, and so leading to continuity and stability. Opponents counter that with many policies compromise is not possible. Neither can many policies be easily positioned on the left-right spectrum (for example, the environment). So policies are horse-traded during coalition formation, with the consequence that voters have no way of knowing which policies will be pursued by the government they elect; voters have less influence on governments. Also, coalitions do not necessarily form at the centre, and small parties can have excessive influence, supplying a coalition with a majority only on condition that a policy or policies favoured by few voters is/are adopted. Most importantly, the ability of voters to vote a party in disfavour out of power is curtailed. All these disadvantages, the PR opponents contend, are avoided by two-party plurality systems. Coalitions are rare; the two dominant parties necessarily compete at the centre for votes, so that governments are more reliably moderate; the strong opposition necessary for proper scrutiny of government is assured; and governments remain sensitive to public sentiment because they can be, and are, regularly voted out of power. However, this is not necessarily so; a two-party system can result in a "drift to extremes", hollowing out the centre, or, at least, in one party drifting to an extreme. The opponents of PR also contend that coalition governments created under PR are less stable, and elections are more frequent. Italy is an often-cited example with many governments composed of many different coalition partners. However, Italy is unusual in that both its houses can make a government fall, whereas other PR nations have either just one house or have one of their two houses be the core body supporting a government. Italy's current parallel voting system is not PR, so Italy is not an appropriate candidate for measuring the stability of PR.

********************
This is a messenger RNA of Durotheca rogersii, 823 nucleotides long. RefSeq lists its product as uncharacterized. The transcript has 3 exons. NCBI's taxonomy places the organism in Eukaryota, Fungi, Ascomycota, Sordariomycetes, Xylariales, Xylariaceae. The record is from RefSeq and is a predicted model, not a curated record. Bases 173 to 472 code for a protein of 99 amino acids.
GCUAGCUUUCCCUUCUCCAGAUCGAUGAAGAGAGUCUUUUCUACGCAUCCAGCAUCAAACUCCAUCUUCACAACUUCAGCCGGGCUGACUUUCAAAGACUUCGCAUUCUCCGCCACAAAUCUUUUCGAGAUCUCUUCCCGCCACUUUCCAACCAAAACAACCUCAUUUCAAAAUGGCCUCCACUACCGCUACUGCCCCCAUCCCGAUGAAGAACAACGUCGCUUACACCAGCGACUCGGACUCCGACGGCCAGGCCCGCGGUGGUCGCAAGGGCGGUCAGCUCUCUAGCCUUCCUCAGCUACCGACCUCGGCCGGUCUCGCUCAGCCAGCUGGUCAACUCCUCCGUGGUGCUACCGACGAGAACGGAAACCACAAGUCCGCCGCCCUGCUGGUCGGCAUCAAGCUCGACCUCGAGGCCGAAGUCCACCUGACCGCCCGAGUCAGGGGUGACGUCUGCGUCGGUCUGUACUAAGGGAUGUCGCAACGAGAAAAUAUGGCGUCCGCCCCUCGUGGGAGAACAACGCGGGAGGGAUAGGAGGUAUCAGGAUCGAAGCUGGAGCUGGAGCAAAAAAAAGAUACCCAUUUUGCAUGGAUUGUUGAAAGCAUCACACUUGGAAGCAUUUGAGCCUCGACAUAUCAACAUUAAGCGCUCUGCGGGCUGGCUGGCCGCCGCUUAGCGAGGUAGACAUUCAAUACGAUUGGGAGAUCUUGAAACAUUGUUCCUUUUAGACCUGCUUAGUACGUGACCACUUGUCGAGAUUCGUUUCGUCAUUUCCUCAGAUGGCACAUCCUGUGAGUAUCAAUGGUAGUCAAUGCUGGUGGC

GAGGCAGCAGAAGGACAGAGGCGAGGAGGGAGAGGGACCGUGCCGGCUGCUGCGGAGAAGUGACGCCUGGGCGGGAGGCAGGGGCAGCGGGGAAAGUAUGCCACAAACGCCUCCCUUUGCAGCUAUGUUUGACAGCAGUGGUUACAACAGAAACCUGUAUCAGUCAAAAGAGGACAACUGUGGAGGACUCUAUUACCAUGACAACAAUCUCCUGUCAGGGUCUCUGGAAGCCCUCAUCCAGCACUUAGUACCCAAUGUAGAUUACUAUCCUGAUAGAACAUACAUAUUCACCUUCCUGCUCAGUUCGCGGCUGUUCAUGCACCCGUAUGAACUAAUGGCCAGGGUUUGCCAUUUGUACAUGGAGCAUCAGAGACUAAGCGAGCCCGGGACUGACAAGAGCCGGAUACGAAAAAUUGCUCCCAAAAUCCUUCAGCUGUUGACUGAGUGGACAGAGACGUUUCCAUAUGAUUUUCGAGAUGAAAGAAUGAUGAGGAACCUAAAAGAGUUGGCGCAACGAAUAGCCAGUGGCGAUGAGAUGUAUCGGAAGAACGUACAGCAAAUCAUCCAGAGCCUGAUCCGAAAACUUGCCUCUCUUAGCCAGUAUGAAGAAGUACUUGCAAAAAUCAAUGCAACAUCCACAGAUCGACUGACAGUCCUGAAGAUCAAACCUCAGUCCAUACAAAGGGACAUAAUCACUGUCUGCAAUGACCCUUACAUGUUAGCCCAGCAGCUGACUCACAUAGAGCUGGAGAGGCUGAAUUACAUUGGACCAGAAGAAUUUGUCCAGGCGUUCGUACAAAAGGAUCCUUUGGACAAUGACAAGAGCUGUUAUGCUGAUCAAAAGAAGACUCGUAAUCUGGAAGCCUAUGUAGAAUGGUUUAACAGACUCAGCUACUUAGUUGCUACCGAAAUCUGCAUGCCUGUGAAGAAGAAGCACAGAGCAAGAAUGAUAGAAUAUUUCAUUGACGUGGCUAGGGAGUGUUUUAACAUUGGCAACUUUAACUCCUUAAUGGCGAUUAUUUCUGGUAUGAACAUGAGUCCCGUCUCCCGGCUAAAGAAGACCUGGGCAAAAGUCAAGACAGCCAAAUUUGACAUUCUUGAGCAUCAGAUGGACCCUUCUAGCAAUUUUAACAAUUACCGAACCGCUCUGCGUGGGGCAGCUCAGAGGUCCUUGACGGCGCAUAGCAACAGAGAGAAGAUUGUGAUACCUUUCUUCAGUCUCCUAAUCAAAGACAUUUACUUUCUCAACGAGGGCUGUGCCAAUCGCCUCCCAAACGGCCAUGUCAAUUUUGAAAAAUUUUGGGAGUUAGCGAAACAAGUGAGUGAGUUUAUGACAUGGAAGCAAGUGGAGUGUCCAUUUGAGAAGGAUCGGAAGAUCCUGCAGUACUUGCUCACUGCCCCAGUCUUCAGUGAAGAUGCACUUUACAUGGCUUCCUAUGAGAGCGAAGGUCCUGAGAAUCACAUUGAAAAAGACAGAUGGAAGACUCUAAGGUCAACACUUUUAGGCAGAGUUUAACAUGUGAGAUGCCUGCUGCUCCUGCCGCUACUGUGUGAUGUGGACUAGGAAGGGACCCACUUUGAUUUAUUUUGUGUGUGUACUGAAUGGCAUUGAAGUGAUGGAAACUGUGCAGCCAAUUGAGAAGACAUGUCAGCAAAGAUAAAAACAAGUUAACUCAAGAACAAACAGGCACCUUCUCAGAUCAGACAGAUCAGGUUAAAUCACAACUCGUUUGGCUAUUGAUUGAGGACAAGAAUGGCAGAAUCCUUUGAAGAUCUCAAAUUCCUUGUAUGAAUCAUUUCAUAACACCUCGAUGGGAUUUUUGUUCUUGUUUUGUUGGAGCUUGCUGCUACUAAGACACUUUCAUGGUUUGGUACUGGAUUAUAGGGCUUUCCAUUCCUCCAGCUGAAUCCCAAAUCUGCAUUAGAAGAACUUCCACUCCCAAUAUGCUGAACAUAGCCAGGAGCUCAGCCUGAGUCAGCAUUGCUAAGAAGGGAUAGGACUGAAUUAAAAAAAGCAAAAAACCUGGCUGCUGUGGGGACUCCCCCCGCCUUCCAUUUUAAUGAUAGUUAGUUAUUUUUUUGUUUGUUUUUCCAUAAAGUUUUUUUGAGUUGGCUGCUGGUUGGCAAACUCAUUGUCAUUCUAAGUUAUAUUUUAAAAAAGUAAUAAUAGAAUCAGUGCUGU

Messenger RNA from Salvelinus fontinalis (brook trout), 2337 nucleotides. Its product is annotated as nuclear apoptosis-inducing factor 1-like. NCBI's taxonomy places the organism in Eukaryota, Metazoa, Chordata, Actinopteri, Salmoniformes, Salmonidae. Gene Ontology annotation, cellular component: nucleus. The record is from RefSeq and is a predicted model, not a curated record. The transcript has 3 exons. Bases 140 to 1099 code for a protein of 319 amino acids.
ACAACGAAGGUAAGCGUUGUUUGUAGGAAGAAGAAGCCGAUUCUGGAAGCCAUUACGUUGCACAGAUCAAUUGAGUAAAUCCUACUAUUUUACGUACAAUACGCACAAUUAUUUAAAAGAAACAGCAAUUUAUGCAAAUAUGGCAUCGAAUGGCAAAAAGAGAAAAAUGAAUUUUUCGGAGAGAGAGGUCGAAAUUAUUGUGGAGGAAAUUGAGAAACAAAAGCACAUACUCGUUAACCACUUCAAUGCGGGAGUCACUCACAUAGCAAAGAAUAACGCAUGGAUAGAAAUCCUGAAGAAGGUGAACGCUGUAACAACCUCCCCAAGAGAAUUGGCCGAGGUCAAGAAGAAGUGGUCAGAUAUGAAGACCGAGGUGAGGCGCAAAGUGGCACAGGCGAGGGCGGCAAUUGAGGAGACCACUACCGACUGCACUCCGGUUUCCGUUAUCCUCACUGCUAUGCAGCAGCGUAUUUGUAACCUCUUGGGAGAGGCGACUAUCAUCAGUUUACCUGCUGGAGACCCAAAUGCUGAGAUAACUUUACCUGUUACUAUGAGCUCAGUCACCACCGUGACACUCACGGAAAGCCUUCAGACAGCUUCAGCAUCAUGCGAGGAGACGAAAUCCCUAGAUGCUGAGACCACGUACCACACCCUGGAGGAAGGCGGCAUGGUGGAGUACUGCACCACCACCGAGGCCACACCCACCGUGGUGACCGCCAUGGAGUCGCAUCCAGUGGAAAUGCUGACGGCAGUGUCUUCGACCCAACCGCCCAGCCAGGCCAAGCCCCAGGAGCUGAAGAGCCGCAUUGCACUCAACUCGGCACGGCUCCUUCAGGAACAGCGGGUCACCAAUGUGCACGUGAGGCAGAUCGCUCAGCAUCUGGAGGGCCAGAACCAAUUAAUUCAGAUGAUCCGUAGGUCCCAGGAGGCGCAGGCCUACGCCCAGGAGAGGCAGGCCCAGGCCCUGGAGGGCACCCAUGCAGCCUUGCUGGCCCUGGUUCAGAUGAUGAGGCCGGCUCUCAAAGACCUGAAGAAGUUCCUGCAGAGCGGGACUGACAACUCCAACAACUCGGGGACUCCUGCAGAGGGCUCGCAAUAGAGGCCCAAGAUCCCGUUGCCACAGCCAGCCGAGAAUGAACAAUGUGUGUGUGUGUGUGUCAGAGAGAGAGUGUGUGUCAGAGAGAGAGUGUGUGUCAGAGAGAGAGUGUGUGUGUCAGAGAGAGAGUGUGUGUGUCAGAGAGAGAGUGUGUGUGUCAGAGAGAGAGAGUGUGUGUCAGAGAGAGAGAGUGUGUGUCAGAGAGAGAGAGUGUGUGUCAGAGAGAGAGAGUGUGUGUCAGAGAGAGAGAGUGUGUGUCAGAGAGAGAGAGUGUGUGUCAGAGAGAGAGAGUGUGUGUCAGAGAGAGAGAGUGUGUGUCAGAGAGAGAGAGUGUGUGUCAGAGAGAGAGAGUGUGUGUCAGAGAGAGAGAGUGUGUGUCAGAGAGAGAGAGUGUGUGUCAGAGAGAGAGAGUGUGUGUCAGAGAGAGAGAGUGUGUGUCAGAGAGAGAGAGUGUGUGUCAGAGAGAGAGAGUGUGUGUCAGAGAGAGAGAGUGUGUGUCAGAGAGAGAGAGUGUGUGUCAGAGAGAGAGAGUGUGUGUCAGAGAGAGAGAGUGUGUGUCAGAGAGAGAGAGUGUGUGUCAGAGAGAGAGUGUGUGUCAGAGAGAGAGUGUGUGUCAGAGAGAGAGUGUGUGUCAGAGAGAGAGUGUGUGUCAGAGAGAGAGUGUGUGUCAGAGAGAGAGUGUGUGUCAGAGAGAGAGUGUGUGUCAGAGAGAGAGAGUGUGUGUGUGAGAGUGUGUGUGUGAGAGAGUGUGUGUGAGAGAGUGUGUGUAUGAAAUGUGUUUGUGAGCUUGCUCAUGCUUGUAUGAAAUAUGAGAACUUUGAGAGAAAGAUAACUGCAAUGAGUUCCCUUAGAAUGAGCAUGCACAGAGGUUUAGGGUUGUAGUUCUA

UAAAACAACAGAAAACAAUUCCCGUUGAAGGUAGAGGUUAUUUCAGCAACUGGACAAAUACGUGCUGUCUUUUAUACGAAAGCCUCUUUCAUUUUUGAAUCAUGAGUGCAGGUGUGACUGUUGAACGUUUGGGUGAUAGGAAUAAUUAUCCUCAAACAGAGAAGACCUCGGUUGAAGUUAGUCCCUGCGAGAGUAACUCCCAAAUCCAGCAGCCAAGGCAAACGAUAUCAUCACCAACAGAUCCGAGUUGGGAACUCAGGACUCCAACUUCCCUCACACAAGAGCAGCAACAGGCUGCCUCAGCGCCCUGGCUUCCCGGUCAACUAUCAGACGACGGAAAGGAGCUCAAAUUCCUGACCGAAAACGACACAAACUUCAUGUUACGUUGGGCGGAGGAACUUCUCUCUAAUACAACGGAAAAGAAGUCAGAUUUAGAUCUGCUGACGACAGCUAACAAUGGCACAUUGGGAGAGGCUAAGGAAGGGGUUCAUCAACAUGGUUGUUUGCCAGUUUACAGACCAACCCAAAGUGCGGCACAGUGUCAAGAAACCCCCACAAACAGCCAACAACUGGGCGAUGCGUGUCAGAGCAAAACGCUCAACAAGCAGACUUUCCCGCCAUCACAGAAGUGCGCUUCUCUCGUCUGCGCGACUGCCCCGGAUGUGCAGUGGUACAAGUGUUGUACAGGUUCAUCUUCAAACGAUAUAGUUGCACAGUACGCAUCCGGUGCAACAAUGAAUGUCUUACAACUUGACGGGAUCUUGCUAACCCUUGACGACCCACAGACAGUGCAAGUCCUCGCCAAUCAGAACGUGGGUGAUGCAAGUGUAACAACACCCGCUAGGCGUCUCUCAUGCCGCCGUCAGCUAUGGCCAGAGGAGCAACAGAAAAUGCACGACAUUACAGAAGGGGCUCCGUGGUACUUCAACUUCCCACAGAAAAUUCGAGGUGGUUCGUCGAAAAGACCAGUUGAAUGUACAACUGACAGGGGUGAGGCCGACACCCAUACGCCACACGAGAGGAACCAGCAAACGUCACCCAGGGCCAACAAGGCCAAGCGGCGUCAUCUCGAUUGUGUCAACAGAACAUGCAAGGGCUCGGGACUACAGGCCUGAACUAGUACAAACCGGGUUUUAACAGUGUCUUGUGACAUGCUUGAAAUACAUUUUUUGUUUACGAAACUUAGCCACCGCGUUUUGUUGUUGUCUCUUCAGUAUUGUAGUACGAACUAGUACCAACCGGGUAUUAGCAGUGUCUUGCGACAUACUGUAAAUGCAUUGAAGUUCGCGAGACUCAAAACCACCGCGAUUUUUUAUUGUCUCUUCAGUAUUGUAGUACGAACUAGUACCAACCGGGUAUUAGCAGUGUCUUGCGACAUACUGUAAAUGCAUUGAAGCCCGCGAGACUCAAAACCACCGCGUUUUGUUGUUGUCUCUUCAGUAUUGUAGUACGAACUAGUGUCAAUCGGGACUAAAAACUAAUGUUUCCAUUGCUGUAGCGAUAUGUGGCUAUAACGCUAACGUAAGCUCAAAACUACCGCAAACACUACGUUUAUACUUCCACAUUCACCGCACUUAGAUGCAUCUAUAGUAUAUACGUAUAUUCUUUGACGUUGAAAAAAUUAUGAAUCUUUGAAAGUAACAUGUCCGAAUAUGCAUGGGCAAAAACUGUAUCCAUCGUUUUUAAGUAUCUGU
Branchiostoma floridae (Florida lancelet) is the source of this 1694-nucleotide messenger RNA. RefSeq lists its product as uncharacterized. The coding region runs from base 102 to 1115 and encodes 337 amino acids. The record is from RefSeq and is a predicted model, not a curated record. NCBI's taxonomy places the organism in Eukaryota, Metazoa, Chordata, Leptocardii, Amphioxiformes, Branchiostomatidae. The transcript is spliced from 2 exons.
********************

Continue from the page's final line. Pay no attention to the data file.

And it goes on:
Voter participation

Plurality systems usually result in single-party-majority government because generally fewer parties are elected in large numbers under FPTP compared to PR, and FPTP compresses politics to little more than two-party contests. Relatively few votes in a few of the most finely balanced districts, the " swing seats", are able to swing majority control in the house. Incumbents in less evenly divided districts are invulnerable to slight swings of political mood. In the UK, for example, about half the constituencies have always elected the same party since 1945; in the 2012 US House elections 45 districts (10% of all districts) were uncontested by one of the two dominant parties. Voters who know their preferred candidate will not win have little incentive to vote, and even if they do their votes have no effect, although they are still counted in the popular vote calculation. With PR, there are no " swing seats". Most votes contribute to the election of a candidate, so parties need to campaign in all districts, not just those where their support is strongest or where they perceive most advantage. This fact in turn encourages parties to be more responsive to voters, producing a more "balanced" ticket by nominating more women and minority candidates. On average about 8% more women are elected. Since most votes count, there are fewer "
wasted vote In electoral systems, a wasted vote is any vote which is not for an elected candidate or, more broadly, a vote that does not help to elect a candidate. The narrower meaning includes ''lost votes'', being only those votes which are for a losing candi ...
s", so voters, aware that their vote can make a difference, are more likely to make the effort to vote, and less likely to vote tactically. Compared to countries with plurality electoral systems,
voter turnout In political science, voter turnout is the participation rate (often defined as those who cast a ballot) of a given election. This can be the percentage of Voter registration, registered voters, Suffrage, eligible voters, or all Voting age, voting ...
improves and the population is more involved in the political process. However, some experts argue that transitioning from plurality to PR only increases voter turnout in geographical areas associated with